The Moka name derives from the city of Mokha in Yemen, one of the earliest and most renowned areas of coffee production, in particular of the precious Arabica quality.
The Moka pot was invented by Alfonso Bialetti in 1933. At the time, the Alfonso Bialetti & C. Fonderia in Conchiglia (today Bialetti industrie) was mainly involved in the production of semi-finished aluminum products. It was based in Crusinallo, a small fraction of the municipality of Omegna: today it is part of the Verbano Cusio Ossola province. Bialetti had opened the workshop in 1919, after having spent several years working in France in some aluminum factories.
According to the most popular and credible version of the story, Bialetti had the idea behind the Moka pot around the 1920s, observing some washerwomen doing laundry in a tub with a central tube from which hot water and soap came out and distributed over the clothes. This boiling and water distribution procedure was the basis of the project. The Moka is made up of four aluminum elements, to which is added a replaceable gasket and a Bakelite handle. The original patent provided that its shape was only octagonal. Although there are several variations today, the shape of the Bialetti Moka and the materials with which it is produced have never changed: in fact, the coffee maker has always been the same, for 80 years.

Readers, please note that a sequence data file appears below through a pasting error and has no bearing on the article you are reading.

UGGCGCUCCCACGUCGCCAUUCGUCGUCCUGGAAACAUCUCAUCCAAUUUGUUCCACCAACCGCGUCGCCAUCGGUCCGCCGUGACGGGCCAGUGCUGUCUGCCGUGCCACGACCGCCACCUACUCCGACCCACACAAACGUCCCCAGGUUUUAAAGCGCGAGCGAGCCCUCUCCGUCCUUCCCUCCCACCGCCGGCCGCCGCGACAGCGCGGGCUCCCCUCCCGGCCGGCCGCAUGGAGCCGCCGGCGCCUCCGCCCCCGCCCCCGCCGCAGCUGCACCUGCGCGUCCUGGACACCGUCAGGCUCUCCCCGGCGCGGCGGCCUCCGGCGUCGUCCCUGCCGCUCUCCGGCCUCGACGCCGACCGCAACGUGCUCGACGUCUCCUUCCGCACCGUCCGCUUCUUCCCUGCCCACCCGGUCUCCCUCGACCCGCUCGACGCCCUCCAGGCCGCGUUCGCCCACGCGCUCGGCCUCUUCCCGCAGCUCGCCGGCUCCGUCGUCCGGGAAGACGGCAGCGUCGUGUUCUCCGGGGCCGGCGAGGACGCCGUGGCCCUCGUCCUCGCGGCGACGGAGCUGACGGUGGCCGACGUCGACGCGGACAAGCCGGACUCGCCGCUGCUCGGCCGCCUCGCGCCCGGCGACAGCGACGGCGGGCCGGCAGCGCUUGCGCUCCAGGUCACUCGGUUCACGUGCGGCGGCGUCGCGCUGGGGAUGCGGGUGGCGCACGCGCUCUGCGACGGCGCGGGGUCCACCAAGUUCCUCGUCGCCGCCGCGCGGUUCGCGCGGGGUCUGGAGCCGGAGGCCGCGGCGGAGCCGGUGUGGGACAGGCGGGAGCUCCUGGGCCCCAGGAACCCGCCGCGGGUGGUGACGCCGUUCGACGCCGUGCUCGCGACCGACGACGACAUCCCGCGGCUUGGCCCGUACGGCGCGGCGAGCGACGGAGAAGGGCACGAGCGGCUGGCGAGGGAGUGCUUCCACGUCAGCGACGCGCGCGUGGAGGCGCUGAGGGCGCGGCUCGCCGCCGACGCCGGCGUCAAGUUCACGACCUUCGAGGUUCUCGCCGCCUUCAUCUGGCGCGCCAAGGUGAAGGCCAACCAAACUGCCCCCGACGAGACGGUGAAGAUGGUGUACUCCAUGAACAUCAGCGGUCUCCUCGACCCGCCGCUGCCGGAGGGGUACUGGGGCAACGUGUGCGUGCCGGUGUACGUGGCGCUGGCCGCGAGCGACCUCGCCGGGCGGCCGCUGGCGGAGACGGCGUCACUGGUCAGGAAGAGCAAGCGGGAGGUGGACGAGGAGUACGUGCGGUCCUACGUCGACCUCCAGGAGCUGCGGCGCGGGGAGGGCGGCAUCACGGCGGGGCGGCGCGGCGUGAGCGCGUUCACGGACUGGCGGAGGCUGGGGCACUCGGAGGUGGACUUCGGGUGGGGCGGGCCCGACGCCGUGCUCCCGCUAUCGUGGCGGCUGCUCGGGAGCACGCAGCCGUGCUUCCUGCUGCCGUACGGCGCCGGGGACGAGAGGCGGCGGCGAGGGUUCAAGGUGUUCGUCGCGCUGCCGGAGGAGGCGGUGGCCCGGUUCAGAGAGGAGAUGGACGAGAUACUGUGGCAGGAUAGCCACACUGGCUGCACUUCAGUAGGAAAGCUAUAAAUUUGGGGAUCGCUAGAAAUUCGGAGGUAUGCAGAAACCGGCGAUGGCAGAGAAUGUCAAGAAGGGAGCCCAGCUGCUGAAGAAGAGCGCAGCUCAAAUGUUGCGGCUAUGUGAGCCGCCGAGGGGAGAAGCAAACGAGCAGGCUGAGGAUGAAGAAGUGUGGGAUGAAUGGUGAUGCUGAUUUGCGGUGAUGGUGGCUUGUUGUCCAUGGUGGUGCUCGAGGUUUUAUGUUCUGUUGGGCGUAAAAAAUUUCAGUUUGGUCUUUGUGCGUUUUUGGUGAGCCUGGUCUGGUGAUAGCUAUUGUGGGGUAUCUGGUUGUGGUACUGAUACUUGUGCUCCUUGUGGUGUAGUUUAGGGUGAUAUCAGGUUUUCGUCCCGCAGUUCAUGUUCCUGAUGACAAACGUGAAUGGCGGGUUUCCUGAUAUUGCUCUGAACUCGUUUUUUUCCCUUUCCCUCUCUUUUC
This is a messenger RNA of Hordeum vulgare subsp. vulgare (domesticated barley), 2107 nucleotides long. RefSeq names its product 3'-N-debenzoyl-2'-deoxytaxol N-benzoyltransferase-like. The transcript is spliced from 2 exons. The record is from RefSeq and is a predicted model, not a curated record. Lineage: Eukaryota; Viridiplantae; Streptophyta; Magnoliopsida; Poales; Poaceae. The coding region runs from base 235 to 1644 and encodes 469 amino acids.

The Moka became a widely consumed item only after the end of the Second World War, during the so-called economic boom and the increase in average income and consump-tion. A campaign based on advertisements in newspapers, radio and even television commercials (among the first in Italy) played an important role. On the occasion of the most important Italian fair, that of Milan, Bialetti covered the city with huge billboards with photos of his coffee maker. In 1956 Renato Bialetti had a giant version of the Moka installed in the exhibition spaces. The Moka Express brand became very famous thanks to the invention of the “little man with a mustache,” designed by the animator and cartoonist Paul Campani. The character became the symbol of the Bialetti commercials that were broadcast during the Carosello television program.